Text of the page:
Employee-owned Pacific Regeneration
Technologies (PRT) has quietly grown to become the largest container seedling
producer in North America
PRT recently announced that it plans to
build a seedling nursery in Nevada and contract a cold storage facility in
Oregon to increase their presence in the western seedling market. The Oregon
storage facility will put the company’s completed products close to customers in
the Pacific Northwest, providing for convenient deliveries during the planting
By Paul MacDonald
Regeneration Technologies (PRT) had an interesting road show for investors when
the company was raising capital for the PRT Forest Regeneration Income Fund a
few years back. One of the company’s founders, Ev Van Eerden, handed out small
spruce and pine seedlings to the hard-to-impress market analysts and pension
fund managers attending the PRT presentations in various business centers. In
the end, the hard-nosed business types at the meetings were won over by the
company’s good news story—it’s all about growing trees— and PRT was successful
in raising millions of dollars for its expansion.
PRT’s earnest and refreshing approach was, and
is, a true reflection of the employee-owned company. But that does not take away
from the fact that it has quietly grown over the past ten years to the point
that it is now the largest container seedling producer in North America. In
2002, the company produced over 130 million seedlings from its 13 nurseries.
Last spring, PRT produced its billionth seedling.
Quick Start and Still Expanding
The company had humble beginnings. It was started as a result of a decision by
the British Columbia government to get out of the business There is a huge
potential for containerized seedlings—which PRT specializes in—in the U.S. Less
than 10 percent of seedlings in the U.S. are grown in containers, bare-root
being the method of choice. of growing seedlings in the late-1980s. The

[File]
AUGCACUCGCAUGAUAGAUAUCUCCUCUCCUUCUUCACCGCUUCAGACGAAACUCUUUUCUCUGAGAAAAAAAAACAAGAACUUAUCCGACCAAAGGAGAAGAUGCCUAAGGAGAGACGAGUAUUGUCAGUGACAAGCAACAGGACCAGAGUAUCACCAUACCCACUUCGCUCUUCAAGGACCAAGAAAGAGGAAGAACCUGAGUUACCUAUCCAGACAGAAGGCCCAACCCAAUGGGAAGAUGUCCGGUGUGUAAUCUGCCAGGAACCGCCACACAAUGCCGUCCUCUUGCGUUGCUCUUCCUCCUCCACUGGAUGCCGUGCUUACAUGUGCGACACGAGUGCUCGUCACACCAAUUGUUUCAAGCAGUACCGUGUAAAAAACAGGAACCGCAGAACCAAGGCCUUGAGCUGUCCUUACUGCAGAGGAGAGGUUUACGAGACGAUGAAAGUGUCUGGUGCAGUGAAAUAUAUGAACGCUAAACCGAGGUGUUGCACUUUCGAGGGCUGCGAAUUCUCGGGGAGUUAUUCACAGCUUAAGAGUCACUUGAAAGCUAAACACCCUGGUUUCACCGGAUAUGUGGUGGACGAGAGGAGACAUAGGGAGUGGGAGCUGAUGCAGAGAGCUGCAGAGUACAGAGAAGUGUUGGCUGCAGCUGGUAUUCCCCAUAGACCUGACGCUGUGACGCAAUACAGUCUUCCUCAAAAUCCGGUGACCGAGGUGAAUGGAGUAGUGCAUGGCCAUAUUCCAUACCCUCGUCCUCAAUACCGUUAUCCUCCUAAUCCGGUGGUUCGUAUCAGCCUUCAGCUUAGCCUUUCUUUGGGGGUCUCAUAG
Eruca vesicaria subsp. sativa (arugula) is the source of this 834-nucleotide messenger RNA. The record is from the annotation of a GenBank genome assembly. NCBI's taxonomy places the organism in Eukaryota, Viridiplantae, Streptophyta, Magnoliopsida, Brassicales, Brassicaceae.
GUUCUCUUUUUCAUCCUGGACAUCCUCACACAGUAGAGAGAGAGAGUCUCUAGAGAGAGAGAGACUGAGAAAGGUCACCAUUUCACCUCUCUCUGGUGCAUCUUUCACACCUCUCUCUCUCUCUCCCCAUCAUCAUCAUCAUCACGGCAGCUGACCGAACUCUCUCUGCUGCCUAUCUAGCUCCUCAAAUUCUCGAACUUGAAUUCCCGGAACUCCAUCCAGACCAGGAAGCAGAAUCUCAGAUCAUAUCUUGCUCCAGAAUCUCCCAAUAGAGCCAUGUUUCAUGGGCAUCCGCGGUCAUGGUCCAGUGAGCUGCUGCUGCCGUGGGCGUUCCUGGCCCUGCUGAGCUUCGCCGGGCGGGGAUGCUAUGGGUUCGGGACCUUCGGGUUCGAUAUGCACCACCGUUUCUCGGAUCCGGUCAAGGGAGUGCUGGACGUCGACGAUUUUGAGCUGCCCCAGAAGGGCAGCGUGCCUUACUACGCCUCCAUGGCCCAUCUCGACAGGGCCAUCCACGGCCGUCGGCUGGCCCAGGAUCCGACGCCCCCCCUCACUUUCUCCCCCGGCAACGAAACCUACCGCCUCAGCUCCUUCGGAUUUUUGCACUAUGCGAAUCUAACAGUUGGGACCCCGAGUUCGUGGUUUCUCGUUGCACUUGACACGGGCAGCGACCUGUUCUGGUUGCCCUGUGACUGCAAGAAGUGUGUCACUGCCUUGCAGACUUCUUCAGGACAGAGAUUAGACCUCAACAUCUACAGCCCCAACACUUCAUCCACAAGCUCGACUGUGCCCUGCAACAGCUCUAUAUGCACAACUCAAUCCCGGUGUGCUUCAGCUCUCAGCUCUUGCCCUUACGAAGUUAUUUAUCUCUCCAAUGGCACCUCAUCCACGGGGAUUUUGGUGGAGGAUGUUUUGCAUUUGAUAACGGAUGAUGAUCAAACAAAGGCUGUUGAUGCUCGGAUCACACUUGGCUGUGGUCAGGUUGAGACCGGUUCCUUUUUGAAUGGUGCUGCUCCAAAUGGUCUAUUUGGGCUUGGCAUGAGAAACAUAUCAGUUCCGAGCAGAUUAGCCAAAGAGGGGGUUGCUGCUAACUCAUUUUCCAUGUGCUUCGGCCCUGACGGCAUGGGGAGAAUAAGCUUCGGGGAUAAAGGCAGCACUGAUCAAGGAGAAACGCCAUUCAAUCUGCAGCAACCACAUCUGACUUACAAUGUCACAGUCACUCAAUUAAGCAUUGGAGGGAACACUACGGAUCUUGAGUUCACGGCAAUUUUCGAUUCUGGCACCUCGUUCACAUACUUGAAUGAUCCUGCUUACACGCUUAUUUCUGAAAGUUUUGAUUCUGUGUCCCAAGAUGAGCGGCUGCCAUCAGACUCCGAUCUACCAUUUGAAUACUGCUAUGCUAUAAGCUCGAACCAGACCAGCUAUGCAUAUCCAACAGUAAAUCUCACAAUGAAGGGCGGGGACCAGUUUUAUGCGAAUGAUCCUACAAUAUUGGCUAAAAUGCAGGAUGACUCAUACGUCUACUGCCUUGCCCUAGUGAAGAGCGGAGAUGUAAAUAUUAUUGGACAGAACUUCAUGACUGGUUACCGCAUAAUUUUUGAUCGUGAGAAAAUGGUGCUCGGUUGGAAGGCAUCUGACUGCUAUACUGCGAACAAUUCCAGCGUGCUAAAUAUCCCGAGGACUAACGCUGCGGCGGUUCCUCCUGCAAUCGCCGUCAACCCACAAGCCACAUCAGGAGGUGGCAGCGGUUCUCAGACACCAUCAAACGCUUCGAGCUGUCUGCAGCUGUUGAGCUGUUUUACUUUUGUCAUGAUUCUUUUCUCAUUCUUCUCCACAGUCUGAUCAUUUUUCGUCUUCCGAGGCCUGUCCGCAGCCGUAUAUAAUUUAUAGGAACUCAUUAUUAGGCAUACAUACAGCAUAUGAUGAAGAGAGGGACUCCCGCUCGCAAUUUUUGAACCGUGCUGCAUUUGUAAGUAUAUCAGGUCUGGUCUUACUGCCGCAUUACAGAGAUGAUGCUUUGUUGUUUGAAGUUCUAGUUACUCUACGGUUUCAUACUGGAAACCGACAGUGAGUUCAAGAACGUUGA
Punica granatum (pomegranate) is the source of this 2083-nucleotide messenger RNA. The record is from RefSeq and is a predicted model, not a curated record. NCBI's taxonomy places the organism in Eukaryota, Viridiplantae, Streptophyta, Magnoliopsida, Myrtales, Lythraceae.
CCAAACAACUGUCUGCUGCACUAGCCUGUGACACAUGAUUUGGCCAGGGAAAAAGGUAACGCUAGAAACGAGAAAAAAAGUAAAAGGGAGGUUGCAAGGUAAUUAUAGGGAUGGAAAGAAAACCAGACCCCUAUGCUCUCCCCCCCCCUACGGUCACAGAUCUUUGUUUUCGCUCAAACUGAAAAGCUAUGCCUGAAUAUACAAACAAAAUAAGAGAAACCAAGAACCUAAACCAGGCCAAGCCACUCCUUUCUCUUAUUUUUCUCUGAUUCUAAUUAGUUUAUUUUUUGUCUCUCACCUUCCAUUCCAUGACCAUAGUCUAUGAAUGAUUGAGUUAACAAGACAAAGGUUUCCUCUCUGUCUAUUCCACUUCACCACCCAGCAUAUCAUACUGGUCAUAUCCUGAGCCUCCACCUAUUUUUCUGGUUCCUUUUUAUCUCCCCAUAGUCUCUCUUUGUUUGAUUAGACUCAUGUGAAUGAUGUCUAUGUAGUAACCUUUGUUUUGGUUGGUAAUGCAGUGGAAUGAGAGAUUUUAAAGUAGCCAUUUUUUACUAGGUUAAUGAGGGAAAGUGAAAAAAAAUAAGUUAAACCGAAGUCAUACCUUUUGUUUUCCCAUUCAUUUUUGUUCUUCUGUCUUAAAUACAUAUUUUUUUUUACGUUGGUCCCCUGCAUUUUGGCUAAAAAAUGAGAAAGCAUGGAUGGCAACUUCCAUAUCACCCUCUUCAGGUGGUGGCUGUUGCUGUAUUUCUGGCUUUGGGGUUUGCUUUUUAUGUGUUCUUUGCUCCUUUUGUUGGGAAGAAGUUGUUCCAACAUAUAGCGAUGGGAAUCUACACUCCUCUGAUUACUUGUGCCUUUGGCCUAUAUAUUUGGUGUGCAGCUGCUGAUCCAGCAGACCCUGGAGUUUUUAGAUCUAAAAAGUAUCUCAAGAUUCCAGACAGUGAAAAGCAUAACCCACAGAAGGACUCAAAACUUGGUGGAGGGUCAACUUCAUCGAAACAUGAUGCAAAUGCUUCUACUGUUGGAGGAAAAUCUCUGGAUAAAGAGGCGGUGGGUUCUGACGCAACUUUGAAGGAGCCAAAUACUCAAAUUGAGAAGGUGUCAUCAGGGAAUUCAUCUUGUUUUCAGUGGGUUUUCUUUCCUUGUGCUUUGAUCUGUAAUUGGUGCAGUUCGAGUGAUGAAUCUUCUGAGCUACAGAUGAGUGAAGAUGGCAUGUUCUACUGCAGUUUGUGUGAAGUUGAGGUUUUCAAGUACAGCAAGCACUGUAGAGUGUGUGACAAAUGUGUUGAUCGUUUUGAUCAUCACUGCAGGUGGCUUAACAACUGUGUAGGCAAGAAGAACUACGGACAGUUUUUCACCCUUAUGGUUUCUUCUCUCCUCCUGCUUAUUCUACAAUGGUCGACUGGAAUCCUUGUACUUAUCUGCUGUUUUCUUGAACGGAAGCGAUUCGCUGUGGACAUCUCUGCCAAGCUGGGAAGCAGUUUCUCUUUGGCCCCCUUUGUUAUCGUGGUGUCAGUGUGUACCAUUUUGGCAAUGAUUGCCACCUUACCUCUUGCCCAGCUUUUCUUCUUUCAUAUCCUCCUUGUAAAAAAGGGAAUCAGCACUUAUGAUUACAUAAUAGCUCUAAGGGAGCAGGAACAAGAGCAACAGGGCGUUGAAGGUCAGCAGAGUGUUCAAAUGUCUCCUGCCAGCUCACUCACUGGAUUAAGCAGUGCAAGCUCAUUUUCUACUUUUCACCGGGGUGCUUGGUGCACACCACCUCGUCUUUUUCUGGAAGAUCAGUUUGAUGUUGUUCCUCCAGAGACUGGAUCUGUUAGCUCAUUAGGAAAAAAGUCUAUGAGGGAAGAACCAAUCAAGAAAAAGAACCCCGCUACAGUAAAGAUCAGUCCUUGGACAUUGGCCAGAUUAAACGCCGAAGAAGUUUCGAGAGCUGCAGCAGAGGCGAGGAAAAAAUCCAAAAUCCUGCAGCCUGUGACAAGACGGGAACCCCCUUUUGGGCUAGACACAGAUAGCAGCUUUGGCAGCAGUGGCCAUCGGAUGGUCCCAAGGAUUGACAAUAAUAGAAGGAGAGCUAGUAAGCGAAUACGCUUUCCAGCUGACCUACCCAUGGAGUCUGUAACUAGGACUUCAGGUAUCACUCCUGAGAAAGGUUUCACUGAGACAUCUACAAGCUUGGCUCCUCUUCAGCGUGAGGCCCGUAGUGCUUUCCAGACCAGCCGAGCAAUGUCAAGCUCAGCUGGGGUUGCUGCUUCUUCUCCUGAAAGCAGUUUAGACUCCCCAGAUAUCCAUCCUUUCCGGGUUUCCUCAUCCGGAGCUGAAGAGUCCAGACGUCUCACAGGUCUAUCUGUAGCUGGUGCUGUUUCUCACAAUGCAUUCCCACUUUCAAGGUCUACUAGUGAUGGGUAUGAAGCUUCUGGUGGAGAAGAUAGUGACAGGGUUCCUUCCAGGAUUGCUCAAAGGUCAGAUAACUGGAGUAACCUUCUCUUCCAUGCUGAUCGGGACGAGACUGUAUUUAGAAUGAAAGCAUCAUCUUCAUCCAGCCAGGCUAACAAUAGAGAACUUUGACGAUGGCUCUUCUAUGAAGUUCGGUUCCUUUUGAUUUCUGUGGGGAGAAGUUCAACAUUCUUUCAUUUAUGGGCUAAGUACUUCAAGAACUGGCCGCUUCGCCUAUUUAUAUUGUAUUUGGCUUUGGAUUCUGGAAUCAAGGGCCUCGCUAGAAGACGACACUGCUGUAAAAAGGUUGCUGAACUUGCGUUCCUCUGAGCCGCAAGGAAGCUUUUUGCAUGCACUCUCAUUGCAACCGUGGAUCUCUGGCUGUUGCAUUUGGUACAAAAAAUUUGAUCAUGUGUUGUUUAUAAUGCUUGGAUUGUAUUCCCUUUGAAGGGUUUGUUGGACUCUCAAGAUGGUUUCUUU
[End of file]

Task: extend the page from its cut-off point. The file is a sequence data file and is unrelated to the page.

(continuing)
quickly-formed PRT won the resulting bid, and six nurseries were sold to the
company. Heading up PRT and the buyout effort were long-time silviculture branch
managers Charlie Johnson and Ev Van Eerden, along with managers of most of the
nurseries. Since then, the company has expanded its operations.
It recently constructed a seedling nursery in
Nevada, and a cold storage facility in Oregon. On January 8, 2004, the company
purchased a 28-acre nursery near Portland, Ore., with over 350,000 square feet
of greenhouse space, plus cold storage and processing buildings. And it is
investigating the purchase of a 20-acre site in the Pahrump valley, a region
west of Las Vegas. John Kitchen, who recently took over from Ev Van Eeerden as
company president and CEO, noted that the expansion is part of the company’s
strategic plan for growth and that a Nevada location offers strong benefits.
“Nevada offers unique climatic advantages for high quality and cost effective
seedling production. Nevada’s high sunlight hours and excellent business
environment provide a great location for container seedling production.
The Oregon storage facility will put our
finished products in close proximity to major customers in the Pacific
Northwest, providing for convenient deliveries during planting season.” The
company said it intends to construct growing facilities at the Nevada site, with
an initial production capacity of 750,000 seedlings. “We will carefully ramp up
production as we develop the facility to take advantage of the climate, and
build on the experience gathered during the last two years of testing,”
commented Kitchen. The cold storage facility is located in Medford, Ore.
Opportunities and Challenges of Western
The Western U.S. is the logical place for expansion. Only about 8 percent of
PRT’s seedling production, or about 10 million trees, currently goes into the
U.S. That represents a very small portion of a very big market. But it is a
market that needs to be handled cautiously, Kitchen notes. “We have some good
customer relationships and we would like to build on those.” The seedling
situation in the U.S. is quite different from other areas where PRT operates.
The majority of seedlings are still grown by
the big forest companies, such as Weyerhaeuser and International Paper.
Governments, mainly through state nurseries, are also major players. In recent
years, large corporations have become focused on so-called “core competencies.”
They take a hard look at what business they are really in, and as a result,
often contract out, sell or break off other operations.
An example would be Georgia-Pacific, which will
be separating its consumer products and packaging business, and its building